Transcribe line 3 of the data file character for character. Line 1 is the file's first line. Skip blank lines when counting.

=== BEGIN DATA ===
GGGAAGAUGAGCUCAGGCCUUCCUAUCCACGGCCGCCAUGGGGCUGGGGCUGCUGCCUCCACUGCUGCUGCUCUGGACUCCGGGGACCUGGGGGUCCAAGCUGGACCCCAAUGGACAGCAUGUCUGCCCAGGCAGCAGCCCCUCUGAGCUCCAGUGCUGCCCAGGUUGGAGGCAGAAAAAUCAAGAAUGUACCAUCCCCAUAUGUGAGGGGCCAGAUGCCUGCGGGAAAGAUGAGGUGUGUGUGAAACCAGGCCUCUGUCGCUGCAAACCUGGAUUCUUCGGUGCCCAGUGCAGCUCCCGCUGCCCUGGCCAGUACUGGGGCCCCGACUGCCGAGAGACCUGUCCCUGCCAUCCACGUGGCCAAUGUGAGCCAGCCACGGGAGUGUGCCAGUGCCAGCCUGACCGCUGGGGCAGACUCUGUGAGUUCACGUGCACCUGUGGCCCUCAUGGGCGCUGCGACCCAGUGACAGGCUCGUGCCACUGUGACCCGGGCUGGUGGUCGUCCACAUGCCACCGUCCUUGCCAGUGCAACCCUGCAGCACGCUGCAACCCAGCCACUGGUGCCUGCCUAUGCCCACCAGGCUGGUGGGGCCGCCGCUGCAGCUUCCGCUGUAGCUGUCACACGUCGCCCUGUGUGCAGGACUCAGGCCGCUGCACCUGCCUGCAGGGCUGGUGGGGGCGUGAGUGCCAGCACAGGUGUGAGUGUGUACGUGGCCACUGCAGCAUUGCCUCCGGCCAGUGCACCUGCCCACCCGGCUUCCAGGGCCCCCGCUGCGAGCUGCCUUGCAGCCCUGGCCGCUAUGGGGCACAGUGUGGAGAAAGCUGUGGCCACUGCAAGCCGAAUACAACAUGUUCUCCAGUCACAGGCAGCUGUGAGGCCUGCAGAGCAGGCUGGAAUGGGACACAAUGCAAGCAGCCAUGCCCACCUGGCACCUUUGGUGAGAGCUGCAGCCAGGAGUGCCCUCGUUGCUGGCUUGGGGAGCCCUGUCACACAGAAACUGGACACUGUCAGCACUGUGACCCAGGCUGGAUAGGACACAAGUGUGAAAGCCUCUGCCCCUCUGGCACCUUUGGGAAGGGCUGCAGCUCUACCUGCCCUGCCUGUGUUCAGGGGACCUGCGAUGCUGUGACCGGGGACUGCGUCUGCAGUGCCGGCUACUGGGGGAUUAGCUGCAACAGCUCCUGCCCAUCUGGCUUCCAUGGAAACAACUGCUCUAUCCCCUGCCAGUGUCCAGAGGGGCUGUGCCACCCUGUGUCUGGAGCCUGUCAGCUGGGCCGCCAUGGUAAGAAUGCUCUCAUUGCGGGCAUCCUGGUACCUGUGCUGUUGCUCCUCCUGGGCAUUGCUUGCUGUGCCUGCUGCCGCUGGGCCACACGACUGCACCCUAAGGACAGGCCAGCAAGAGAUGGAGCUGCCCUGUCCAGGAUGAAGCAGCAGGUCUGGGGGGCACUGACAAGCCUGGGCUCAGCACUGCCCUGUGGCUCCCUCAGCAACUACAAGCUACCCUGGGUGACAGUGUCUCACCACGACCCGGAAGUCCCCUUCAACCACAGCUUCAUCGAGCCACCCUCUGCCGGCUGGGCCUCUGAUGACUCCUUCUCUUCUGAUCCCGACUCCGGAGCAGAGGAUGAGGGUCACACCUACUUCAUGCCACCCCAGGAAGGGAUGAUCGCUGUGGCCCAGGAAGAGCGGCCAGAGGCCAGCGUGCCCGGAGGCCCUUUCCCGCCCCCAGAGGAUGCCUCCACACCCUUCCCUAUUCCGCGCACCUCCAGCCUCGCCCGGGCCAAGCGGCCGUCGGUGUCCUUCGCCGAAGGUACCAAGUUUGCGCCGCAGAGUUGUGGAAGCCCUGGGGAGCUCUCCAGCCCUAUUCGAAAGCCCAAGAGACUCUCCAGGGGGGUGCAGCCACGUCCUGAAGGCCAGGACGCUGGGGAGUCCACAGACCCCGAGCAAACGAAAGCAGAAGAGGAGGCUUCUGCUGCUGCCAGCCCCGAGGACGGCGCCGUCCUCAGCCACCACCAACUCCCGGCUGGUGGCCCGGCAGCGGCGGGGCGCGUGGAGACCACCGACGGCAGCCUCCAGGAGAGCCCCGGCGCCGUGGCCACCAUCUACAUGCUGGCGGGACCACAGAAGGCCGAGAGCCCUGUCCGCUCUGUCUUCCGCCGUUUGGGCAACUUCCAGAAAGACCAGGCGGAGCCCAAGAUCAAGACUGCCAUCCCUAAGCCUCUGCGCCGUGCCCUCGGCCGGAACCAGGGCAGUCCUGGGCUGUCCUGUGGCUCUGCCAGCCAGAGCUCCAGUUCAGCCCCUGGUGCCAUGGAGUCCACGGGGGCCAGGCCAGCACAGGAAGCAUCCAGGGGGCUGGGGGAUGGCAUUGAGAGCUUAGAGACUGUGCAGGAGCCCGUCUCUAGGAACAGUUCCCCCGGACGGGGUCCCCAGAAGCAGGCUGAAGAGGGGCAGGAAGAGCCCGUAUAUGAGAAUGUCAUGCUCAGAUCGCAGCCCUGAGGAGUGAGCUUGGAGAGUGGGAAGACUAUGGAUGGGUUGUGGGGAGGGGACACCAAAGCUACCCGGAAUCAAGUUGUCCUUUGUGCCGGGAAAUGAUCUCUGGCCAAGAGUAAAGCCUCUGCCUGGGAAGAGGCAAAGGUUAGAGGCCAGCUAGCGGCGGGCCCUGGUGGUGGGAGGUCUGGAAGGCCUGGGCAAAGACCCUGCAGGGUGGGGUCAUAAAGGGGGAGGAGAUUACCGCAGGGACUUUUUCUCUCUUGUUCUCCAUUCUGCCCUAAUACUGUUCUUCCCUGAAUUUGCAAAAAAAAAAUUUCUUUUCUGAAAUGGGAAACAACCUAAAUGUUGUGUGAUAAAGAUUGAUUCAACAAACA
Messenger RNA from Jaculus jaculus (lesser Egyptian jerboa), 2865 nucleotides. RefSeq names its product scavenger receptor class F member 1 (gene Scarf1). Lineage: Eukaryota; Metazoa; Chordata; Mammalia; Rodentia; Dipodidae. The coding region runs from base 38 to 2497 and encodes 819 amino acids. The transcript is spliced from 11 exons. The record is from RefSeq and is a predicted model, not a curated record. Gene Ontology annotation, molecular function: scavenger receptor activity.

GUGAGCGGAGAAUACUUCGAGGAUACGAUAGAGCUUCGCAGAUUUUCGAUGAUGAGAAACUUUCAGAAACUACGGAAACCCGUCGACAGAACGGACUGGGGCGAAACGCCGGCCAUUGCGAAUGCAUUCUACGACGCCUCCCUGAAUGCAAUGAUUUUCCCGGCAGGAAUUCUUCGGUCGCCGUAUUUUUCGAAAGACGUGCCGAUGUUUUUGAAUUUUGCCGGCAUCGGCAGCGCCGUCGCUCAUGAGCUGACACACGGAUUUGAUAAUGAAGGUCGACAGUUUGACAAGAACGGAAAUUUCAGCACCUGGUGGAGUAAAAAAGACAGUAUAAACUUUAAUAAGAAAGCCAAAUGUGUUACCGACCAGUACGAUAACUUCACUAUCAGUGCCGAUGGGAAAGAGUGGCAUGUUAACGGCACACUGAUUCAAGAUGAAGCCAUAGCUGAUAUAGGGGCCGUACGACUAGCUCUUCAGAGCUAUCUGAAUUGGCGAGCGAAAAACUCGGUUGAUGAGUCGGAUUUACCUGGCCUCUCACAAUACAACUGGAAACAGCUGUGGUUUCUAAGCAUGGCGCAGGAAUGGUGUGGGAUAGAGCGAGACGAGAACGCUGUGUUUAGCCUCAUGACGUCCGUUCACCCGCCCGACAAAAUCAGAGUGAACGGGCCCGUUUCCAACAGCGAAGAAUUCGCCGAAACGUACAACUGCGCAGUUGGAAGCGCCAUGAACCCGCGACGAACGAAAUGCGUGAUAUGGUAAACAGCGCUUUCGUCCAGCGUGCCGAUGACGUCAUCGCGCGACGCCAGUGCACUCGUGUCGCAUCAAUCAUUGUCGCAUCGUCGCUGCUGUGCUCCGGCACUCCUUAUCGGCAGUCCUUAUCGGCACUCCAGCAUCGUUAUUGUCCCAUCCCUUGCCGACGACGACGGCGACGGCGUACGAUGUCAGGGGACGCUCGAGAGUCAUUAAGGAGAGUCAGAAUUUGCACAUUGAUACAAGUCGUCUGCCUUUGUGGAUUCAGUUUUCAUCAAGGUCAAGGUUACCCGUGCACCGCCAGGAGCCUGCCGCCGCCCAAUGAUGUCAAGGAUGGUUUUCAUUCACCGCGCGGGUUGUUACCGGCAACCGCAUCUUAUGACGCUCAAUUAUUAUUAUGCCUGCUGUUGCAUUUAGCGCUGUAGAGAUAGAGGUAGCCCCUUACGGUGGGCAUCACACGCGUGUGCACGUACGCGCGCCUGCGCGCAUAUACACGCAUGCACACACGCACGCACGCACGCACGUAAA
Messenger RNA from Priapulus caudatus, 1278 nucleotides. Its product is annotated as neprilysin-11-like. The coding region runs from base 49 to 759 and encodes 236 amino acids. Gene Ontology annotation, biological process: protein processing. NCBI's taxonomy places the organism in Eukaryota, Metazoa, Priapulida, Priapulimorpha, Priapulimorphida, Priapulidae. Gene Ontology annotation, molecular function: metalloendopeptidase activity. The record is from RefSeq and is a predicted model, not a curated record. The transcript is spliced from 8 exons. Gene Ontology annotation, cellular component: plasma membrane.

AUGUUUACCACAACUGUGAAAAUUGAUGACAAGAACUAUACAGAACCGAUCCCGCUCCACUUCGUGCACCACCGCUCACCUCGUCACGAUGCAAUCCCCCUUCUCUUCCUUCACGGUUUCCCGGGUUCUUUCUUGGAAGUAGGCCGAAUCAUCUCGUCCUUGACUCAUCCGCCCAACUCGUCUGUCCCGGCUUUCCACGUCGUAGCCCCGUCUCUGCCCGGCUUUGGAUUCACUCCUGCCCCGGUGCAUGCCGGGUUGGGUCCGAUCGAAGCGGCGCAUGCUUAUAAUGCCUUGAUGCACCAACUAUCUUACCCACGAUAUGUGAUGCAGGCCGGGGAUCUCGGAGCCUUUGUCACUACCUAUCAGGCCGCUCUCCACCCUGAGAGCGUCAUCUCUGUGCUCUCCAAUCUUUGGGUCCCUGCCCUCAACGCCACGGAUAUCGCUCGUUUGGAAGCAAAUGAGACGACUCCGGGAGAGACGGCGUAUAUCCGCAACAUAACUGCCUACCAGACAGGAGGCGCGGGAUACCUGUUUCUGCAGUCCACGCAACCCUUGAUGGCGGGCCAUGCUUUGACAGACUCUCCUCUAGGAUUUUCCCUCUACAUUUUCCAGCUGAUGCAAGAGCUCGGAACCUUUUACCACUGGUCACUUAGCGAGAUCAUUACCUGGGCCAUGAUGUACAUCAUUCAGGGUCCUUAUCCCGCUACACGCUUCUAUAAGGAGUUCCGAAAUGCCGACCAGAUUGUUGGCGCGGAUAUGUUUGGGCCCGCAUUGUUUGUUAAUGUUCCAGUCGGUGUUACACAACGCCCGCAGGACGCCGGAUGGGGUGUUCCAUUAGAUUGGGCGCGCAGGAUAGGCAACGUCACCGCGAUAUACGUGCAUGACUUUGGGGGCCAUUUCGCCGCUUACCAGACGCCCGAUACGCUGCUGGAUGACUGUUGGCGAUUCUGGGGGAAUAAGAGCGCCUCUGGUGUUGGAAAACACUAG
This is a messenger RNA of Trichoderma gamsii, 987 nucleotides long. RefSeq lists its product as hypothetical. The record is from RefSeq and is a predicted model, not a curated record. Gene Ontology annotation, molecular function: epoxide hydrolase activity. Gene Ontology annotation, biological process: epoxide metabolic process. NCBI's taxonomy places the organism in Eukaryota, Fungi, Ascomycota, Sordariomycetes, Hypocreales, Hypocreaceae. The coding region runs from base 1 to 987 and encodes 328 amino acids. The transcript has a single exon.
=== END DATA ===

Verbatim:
GUGAGCGGAGAAUACUUCGAGGAUACGAUAGAGCUUCGCAGAUUUUCGAUGAUGAGAAACUUUCAGAAACUACGGAAACCCGUCGACAGAACGGACUGGGGCGAAACGCCGGCCAUUGCGAAUGCAUUCUACGACGCCUCCCUGAAUGCAAUGAUUUUCCCGGCAGGAAUUCUUCGGUCGCCGUAUUUUUCGAAAGACGUGCCGAUGUUUUUGAAUUUUGCCGGCAUCGGCAGCGCCGUCGCUCAUGAGCUGACACACGGAUUUGAUAAUGAAGGUCGACAGUUUGACAAGAACGGAAAUUUCAGCACCUGGUGGAGUAAAAAAGACAGUAUAAACUUUAAUAAGAAAGCCAAAUGUGUUACCGACCAGUACGAUAACUUCACUAUCAGUGCCGAUGGGAAAGAGUGGCAUGUUAACGGCACACUGAUUCAAGAUGAAGCCAUAGCUGAUAUAGGGGCCGUACGACUAGCUCUUCAGAGCUAUCUGAAUUGGCGAGCGAAAAACUCGGUUGAUGAGUCGGAUUUACCUGGCCUCUCACAAUACAACUGGAAACAGCUGUGGUUUCUAAGCAUGGCGCAGGAAUGGUGUGGGAUAGAGCGAGACGAGAACGCUGUGUUUAGCCUCAUGACGUCCGUUCACCCGCCCGACAAAAUCAGAGUGAACGGGCCCGUUUCCAACAGCGAAGAAUUCGCCGAAACGUACAACUGCGCAGUUGGAAGCGCCAUGAACCCGCGACGAACGAAAUGCGUGAUAUGGUAAACAGCGCUUUCGUCCAGCGUGCCGAUGACGUCAUCGCGCGACGCCAGUGCACUCGUGUCGCAUCAAUCAUUGUCGCAUCGUCGCUGCUGUGCUCCGGCACUCCUUAUCGGCAGUCCUUAUCGGCACUCCAGCAUCGUUAUUGUCCCAUCCCUUGCCGACGACGACGGCGACGGCGUACGAUGUCAGGGGACGCUCGAGAGUCAUUAAGGAGAGUCAGAAUUUGCACAUUGAUACAAGUCGUCUGCCUUUGUGGAUUCAGUUUUCAUCAAGGUCAAGGUUACCCGUGCACCGCCAGGAGCCUGCCGCCGCCCAAUGAUGUCAAGGAUGGUUUUCAUUCACCGCGCGGGUUGUUACCGGCAACCGCAUCUUAUGACGCUCAAUUAUUAUUAUGCCUGCUGUUGCAUUUAGCGCUGUAGAGAUAGAGGUAGCCCCUUACGGUGGGCAUCACACGCGUGUGCACGUACGCGCGCCUGCGCGCAUAUACACGCAUGCACACACGCACGCACGCACGCACGUAAA